The news may come today – but it won’t be a surprise: Chrysler’s going the way of Plymouth. Maybe Dodge, too. They are not right for the times and it would take too much money to make them right. Enter the needle.
RIP, old friends.
FiatChrysler CEO Sergio Marchionne has been releasing Five Year Plans for Jeep and Ram trucks, the latter’s having been cleaved away from the Dodge brand being a telling indicator about the future of that brand. There will be Desert Hawk Jeeps and a 6.2 liter supercharged/Hellcatted Ram Super truck to go up against Ford’s SVT Raptor, but the silence is funereal about future of Chrysler – which already hardly exists.
A minivan (the Pacifica) and a sedan (the 300). That’s it.
And soon, not even them.
But what killed Chrysler? One word – vampirism. Chrysler was sucked dry until nothing but the husk remained.
First by Mercedes, which – some may remember this – “partnered” with Chrysler back in the ‘early 2000s, when Chrysler was riding high on the success of its cab-forward designs – which you may also remember. You don’t see them around much anymore, but when Clintigula was diddling Monica, Chrysler had a full lineup of hot-sellers, including the 300M (a latter-day revival of the company’s iconic Letter Series cars of the ‘50s and ‘60s) the LHS and Cirrus sedans and the Sebring coupe/convertible.
Mercedes had a much smaller lineup – nothing like today’s lineup. You may see how this ended up.
Mercedes leveraged Chrysler’s cash to expand its model lineup to encompass literally every conceivable niche short of a Mercedes rickshaw. Today, there is a Mercedes minivan, several Mercedes SUVs, a plethora of Mercedes sedans in every size (and in between) and even sedans with “coupe” styling. Plus multiple actual coupes and convertibles. There are currently at least a dozen different Mercedes models and then permutations and sub-models of those models.
The merger was a boon for Mercedes, which swelled like Bella Lugosi on Chrysler’s cash. But it was a bust for Chrysler – which got not much in return for extending its lily white neck except for the cast-away chassis of Mercedes’ old E-Class sedan – which became the foundation for the new (and current) Chrysler 300 sedan. And the old SLK’s chassis, which was briefly re-skinned as the Chrysler Crossfire.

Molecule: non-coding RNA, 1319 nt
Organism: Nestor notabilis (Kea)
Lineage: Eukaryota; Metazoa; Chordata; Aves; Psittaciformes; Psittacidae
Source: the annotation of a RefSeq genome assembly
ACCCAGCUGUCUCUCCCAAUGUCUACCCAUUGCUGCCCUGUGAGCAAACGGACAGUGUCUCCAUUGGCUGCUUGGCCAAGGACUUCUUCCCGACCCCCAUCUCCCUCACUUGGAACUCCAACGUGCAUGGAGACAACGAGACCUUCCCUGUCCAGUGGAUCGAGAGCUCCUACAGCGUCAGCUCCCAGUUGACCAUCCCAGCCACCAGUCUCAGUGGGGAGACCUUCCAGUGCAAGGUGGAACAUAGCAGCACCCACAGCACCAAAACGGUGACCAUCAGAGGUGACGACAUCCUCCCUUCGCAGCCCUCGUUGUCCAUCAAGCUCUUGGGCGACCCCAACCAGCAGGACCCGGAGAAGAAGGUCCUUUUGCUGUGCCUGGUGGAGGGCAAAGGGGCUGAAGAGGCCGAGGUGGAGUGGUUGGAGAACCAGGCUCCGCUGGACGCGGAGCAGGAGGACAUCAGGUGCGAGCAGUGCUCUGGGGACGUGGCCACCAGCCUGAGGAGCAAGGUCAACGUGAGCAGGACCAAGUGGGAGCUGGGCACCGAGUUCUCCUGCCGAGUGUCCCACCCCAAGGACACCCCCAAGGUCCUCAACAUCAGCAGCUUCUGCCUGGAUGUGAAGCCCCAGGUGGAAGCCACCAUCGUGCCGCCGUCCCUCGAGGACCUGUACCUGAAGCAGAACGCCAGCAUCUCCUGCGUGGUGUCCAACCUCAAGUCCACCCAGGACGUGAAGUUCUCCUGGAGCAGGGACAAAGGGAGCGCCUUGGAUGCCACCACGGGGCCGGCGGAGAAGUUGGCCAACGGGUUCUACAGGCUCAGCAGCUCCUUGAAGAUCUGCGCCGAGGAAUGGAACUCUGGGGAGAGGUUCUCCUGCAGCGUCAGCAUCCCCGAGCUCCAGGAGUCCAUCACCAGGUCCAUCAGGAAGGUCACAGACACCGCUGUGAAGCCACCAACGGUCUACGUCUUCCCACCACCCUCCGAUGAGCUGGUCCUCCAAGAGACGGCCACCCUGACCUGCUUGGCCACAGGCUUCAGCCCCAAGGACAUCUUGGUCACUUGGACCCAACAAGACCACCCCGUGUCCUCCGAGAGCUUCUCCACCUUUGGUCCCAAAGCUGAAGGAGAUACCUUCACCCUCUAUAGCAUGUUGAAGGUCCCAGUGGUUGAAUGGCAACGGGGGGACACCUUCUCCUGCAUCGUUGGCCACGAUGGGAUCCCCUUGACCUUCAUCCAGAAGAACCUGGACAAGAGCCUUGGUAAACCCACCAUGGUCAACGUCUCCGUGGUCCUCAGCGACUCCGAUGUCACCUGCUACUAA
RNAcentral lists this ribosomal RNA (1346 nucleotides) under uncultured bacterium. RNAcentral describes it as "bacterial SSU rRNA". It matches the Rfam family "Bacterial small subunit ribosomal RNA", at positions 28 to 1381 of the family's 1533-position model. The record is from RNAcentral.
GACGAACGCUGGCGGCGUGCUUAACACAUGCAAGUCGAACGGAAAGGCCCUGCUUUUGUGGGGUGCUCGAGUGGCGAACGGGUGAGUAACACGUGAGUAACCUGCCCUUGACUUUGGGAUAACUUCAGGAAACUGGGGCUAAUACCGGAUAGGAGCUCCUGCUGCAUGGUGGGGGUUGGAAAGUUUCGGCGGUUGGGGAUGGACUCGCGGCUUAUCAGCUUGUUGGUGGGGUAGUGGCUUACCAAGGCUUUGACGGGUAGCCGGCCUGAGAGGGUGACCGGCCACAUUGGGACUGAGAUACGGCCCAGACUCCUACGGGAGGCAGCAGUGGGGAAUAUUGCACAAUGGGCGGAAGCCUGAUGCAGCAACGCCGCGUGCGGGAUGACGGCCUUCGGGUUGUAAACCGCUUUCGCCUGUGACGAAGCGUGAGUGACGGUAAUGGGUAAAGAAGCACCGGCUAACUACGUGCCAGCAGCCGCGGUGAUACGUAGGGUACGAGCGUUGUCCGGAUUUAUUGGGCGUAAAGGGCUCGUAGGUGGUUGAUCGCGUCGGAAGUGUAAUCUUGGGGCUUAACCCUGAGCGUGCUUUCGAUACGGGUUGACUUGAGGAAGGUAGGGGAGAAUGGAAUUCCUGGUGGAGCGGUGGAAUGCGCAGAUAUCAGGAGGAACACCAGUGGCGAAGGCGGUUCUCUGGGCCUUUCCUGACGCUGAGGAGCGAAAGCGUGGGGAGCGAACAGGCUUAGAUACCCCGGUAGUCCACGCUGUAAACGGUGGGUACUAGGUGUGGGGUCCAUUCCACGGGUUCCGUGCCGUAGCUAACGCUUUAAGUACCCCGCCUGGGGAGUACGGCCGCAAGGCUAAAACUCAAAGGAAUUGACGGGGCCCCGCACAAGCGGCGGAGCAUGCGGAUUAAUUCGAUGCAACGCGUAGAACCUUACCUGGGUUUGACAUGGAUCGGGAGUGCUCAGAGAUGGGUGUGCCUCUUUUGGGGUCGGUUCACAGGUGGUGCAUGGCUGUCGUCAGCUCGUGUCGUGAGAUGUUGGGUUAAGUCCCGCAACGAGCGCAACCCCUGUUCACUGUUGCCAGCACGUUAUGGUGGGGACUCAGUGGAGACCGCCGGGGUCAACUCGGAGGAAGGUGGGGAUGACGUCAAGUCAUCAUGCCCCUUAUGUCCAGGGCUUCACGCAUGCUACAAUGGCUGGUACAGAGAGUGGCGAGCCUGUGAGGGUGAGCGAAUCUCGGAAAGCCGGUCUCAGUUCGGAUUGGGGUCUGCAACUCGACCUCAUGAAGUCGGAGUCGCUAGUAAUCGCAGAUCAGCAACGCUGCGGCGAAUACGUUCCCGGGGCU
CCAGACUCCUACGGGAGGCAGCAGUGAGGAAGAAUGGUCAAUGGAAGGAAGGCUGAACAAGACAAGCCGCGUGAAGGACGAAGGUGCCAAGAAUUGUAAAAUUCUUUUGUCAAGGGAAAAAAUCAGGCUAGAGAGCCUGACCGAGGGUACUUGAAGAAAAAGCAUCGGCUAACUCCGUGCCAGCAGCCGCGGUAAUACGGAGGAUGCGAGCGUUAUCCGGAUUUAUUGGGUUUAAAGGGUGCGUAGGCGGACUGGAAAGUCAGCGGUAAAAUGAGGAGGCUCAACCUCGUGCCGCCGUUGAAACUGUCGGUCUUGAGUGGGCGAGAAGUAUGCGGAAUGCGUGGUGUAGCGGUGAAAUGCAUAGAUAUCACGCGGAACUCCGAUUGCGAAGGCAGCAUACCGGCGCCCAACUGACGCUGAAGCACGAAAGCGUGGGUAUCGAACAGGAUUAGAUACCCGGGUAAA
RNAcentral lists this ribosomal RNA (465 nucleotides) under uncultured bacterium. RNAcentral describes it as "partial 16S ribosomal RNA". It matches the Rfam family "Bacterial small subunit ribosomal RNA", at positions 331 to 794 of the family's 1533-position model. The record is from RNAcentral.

When Daimlerpulled out of Chrysler in 2006 – just in time for the general collapse of the car industry – Chrysler was left with not much cash and very little new. This usually creates a swirling effect, as in circling the bowl.
The E-Class based 300 sedan did help, for awhile. And not just Chrysler, either. This platform also became the basis for the popular Dodge Charger sedan and the Challenger muscle coupe. All three of them gave back to Americans something which the government, via its fuel efficiency fatwas, had taken away from them: Large, rear-wheel-drive cars with available V8 engines that weren’t priced like an E-Class Mercedes.
They sold – but without something new on deck, it was a delaying action.
Fiat wanted back in – to the North American market, which it had left back in the late 1970s. The problem – no dealer network. Chrysler had that. Access. And Fiat had what Chrysler needed.
The cash injection desperately needed to revivify the brand’s aging inventory.
There was also the prospect – and eventually, the actuality – of shared resources, access to Fiat’s (and even Alfa’s) platforms, which could be used to spawn new Chryslers and Dodges, too. A deal was made. A sale. Fiat bought what remained of Chrysler, post-Daimler and the merged company became FiatChrysler, which it still was as of May 30, 2018 – but may not be by the time you read these words.
Fiat was kinder to Chrysler. There was give as well as take. Chrysler got one new car – the 200, which was based on an Alfa and not a bad one or an old one, either. But the timing was very bad. Chrysler got a new sedan at just the moment in time when sedans were becoming hard-sells no matter who was selling them. Even Toyota and Honda are having trouble convincing people to buy Camrys and Accords because people have come to prefer crossovers, with their more versatile layouts and more space-efficient designs.
On the other hand, Fiat didn’t give the 200 much of a chance. The car was cancelled before it got old – and without giving it a second chance at bat. The promised small car – it was to have been called the 100 – never materialized, nor the crossover SUV (possibly a shared platform project, cousin to the Alfa Stelvio) that might just possibly have pulled Chrysler out of its slow-motion death dive.
Meanwhile the 300 – which, despite its aging underthings, is still an appealing car because it’s the only rear-drive/V8-available car the masses stand any chance of ever owning – is being killed by neglect. It (and its cousin, the Charger) will probably be the last rear-drive/V8-available big sedan the masses will ever stand a chance of owning.
It is all very sad, particularly because Chrysler – unlike, say, Pontiac by the time of its rendering – still has life in its veins. A reason to live. But sometimes, the Motor Gods do not smile and then the sky grows dark and – just like that – it is all over.
. . .
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